Yet while Citizens United hamstrung many longstanding efforts to keep the very wealthy from dominating elections, it did not render lawmakers completely impotent. Later today, the New York Senate’s State Senate Corporations Committee is expected to vote on bill sponsored by state Sen. Daniel Squadron (D) that will invoke many of the few remaining tools left to elected officials concerned about big money’s impact on democracy:
“As we all look on in horror at the effect of Citizen’s United on the political process, here in New York, we have a chance to do something about it. This bill would reign in unchecked corporate influence in a way that the Supreme Court still allows,” Mr. Squadron told The Politicker. “It would require shareholders of corporations to approve political spending, it would require disclosure of political spending and it would require corporations to justify the corporate purpose of that spending. Too often people are using corporations to grind their own political axe. It’s not good for shareholders and it’s not good for the political system.”
The Corporate Political Accountability to Shareholders Act would require “that corporate contributions to a political candidate or party committee or in support or opposition to a candidate or ballot referendum be approved by a majority of shareholders.” Mr. Squadron believes his legislation could be a model for other states to address the growing controversy over corporate influence on the political process.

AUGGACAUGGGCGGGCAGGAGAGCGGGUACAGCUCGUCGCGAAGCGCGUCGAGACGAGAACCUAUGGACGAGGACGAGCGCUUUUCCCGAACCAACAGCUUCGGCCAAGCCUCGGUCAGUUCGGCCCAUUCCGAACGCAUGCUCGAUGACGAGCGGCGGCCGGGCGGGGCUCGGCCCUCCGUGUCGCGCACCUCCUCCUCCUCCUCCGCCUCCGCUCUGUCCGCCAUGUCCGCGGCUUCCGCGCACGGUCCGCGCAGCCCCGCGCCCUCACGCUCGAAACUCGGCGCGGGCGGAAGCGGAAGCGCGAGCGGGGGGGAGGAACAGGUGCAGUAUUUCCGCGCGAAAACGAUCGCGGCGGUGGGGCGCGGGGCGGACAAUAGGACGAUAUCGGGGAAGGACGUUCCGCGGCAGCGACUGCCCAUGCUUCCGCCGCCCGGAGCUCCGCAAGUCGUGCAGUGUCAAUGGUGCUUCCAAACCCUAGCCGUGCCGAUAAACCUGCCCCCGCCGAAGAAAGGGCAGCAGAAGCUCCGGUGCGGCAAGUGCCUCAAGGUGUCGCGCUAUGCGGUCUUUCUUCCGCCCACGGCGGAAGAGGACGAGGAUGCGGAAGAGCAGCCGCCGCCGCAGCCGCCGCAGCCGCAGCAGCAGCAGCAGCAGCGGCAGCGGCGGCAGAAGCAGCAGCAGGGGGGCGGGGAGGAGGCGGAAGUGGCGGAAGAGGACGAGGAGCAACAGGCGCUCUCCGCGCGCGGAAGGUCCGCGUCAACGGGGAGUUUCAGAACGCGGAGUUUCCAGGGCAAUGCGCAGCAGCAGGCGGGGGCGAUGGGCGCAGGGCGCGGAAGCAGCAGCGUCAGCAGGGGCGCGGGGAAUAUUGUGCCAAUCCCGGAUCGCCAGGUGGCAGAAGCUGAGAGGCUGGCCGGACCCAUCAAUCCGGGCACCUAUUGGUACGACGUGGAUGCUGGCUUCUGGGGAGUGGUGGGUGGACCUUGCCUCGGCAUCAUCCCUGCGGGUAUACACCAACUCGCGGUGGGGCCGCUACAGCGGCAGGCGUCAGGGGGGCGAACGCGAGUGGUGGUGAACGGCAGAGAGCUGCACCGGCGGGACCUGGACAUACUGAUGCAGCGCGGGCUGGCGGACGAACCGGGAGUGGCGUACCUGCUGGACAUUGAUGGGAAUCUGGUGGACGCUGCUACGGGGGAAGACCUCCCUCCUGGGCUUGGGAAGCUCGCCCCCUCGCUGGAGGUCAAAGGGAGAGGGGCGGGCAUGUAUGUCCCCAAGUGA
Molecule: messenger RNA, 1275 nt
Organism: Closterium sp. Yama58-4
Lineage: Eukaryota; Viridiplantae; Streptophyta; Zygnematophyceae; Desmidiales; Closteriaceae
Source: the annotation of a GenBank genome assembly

Requiring corporations to disclose their political spending is a common goal of post-Citizens United campaign finance proposals in light of the fact that the Supreme Court expressly held that disclosure laws are still allowed. The most intriguing part of Squadron’s bill, however, is the requirement that a corporation’s shareholders approve its political spending before the corporation is allowed to attempt to influence an election.
Despite the Supreme Court’s naive claim that corporate spending is necessary to preserve the First Amendment’s guarantee that all speakers be allowed to participate in the marketplace of ideas, the reality is that Citizens United forces millions of Americans to spend their own money on corporate speech they disapprove of. When a publicly-traded corporation lends its vast wealth to elect candidate X, it does so even though a majority of its shareholders could prefer candidate Y. Squadron’s bill would go a long way toward ensuring that shareholders do not have their investment dollars spent to elect candidates they despise.
To be sure, Squadron’s bill is only a modest step in this direction — a stronger bill could forbid corporations from attempting to buy an election absent the unanimous consent of their shareholders, or require shareholders to approve each and every ad a corporation wants to lend financial support to before it may run. Nevertheless, his focus on shareholder democracy is an important step towards mitigating the harm caused by Citizens United. Lawmakers in the other 49 states and in Congress would do well to follow Squadron’s example and introduce similar bills.